The first thing to understand about Iago is that he is not an evil person. If anything, Iago is the most genuinely sensitive and good character in the play. He is a highly introverted, inward looking seeker who doesn’t know how to establish himself in the world. He understands his independence, and in fact remarks upon it early in the play, saying, “I follow him to serve my turn upon him. / We cannot all be masters, nor all masters / Cannot truly be followed…” (I. i. 41-43). He knows that he is not a follower, but at the same time, he does not have the capacity that Othello has for inspiring others to follow him. He has something he genuinely wants to say, independent from the established social order of the era. This causes him significant insecurities...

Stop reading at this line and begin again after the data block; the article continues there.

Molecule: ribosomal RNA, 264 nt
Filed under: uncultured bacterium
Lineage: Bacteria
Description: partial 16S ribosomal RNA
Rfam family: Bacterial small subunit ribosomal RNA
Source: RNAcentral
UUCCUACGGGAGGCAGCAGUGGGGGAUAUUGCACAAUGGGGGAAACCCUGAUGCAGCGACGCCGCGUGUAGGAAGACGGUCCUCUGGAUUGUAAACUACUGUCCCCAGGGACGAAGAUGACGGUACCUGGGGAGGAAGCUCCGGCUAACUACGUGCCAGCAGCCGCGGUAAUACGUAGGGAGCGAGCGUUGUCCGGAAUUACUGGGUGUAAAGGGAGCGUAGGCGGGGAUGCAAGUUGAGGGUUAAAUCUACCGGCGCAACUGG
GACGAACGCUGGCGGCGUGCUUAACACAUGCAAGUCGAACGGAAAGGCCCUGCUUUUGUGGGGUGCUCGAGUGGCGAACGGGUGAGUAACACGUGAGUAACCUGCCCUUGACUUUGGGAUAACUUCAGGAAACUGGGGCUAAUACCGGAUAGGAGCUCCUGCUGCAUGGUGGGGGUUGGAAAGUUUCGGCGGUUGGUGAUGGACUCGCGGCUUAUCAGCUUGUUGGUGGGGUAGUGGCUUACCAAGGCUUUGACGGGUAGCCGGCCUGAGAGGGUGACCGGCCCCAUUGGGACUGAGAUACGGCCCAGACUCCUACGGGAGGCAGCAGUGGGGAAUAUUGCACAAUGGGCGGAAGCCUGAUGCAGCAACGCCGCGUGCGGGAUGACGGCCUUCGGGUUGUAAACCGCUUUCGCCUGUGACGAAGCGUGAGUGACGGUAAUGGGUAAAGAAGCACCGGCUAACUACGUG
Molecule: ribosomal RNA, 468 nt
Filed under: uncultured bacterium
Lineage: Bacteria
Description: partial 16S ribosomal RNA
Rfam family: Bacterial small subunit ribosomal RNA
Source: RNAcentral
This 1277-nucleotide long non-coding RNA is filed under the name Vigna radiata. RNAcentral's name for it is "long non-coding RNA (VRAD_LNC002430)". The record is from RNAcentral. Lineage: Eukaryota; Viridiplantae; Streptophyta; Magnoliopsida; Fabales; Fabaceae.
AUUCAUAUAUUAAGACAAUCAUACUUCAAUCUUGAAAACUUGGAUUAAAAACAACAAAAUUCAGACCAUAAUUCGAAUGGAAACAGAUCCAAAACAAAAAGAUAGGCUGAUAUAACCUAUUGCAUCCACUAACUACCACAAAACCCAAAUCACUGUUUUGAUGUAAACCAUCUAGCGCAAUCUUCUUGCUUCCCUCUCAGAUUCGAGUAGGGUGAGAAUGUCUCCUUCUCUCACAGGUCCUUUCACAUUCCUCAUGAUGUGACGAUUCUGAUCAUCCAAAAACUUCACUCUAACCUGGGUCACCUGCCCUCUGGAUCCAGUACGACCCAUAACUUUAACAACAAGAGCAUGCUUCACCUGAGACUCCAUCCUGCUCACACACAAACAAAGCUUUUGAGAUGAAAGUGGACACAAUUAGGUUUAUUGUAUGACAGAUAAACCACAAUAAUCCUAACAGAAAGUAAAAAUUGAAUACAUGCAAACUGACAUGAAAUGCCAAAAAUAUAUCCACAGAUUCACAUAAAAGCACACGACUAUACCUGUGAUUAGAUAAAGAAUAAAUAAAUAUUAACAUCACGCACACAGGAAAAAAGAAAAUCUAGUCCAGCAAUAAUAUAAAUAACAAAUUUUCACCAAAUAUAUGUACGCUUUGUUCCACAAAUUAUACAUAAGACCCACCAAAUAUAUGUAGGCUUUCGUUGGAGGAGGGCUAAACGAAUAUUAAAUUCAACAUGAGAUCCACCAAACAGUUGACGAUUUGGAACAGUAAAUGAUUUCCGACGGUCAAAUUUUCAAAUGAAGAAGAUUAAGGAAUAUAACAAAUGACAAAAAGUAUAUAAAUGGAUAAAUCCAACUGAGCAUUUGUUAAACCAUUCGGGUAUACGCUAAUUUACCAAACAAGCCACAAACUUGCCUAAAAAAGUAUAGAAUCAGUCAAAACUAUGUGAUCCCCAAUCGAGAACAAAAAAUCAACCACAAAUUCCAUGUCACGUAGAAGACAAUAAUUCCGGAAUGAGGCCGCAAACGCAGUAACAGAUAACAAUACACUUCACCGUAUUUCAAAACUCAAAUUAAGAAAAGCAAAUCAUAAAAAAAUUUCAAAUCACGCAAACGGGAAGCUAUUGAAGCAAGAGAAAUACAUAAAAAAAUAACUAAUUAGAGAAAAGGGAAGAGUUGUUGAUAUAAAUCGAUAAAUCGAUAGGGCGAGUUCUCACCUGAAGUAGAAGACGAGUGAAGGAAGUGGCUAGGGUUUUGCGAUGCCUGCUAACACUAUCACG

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...tes when he is successful. Iago has spoken the most throughout the play, and he has had the most to do, the most manipulations and influences on his world, and yet, after he is done, he states it with finality. “Demand me nothing. What you know, you know / From this time forth I never will speak a word” (V. ii. 303-304). He is finished, his plan is complete, and he leaves the play on that note; with no answers, no sense of closure, just a declarative statement of the completion of his purpose. And he makes little attempt to justify what he has done, when he is given the chance to reveal how hurt he was by the severity of circumstance. “I told him what I thought, and told no more / Than what he found himself was apt and true” (V. ii. 187-188). And this is, in a way, what makes Iago the most compelling character of the play. He fights the law, and in a sense, he won.
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